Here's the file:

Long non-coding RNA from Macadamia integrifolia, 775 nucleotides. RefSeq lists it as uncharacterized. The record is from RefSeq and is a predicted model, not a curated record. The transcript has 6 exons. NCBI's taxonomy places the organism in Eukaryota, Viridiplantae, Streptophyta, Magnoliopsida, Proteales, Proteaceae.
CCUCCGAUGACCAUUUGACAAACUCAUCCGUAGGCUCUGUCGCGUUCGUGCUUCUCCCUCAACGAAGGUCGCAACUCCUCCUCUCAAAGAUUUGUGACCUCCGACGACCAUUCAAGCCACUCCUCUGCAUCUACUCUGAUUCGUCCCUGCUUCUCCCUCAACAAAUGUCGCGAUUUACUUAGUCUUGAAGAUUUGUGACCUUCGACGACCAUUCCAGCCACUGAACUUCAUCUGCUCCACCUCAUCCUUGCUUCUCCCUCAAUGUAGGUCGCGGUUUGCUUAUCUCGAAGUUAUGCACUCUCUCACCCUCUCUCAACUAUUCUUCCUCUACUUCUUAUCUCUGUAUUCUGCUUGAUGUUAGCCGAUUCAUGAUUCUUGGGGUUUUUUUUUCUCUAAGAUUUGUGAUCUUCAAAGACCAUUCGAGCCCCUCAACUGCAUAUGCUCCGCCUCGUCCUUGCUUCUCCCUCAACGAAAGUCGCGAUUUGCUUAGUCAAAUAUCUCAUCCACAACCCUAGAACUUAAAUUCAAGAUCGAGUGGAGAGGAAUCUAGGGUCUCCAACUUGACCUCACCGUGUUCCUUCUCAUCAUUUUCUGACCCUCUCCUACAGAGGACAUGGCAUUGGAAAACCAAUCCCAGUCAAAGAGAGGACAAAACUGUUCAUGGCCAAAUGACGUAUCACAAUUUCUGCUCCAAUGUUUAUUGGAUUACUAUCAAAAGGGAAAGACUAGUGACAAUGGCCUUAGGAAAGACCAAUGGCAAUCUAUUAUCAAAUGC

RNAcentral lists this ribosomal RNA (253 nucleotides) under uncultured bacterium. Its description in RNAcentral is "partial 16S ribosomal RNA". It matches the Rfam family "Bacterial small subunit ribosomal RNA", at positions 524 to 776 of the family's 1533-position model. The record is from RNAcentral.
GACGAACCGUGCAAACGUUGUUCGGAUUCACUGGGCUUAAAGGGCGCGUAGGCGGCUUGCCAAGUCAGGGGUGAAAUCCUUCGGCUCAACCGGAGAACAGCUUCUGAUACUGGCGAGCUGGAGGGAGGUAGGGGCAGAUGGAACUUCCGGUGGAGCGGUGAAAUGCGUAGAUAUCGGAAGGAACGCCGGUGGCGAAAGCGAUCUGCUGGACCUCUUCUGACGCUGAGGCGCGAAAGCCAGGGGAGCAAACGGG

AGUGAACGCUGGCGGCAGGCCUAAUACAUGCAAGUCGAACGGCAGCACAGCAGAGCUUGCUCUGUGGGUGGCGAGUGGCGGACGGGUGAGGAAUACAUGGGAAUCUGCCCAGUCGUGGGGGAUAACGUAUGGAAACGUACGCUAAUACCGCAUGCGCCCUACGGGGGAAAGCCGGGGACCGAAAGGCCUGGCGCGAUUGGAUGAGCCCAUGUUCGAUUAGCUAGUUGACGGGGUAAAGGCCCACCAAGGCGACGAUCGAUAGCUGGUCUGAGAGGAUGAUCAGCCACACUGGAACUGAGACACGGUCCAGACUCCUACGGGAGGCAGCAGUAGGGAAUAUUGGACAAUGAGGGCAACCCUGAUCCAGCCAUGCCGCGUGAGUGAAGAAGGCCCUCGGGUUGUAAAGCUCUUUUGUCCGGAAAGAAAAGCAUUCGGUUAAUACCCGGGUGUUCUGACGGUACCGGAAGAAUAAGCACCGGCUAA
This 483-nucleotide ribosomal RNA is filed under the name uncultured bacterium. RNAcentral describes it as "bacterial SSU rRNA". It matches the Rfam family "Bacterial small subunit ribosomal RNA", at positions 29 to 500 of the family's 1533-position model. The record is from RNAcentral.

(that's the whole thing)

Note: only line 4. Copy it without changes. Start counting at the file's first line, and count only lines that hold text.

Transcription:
GACGAACCGUGCAAACGUUGUUCGGAUUCACUGGGCUUAAAGGGCGCGUAGGCGGCUUGCCAAGUCAGGGGUGAAAUCCUUCGGCUCAACCGGAGAACAGCUUCUGAUACUGGCGAGCUGGAGGGAGGUAGGGGCAGAUGGAACUUCCGGUGGAGCGGUGAAAUGCGUAGAUAUCGGAAGGAACGCCGGUGGCGAAAGCGAUCUGCUGGACCUCUUCUGACGCUGAGGCGCGAAAGCCAGGGGAGCAAACGGG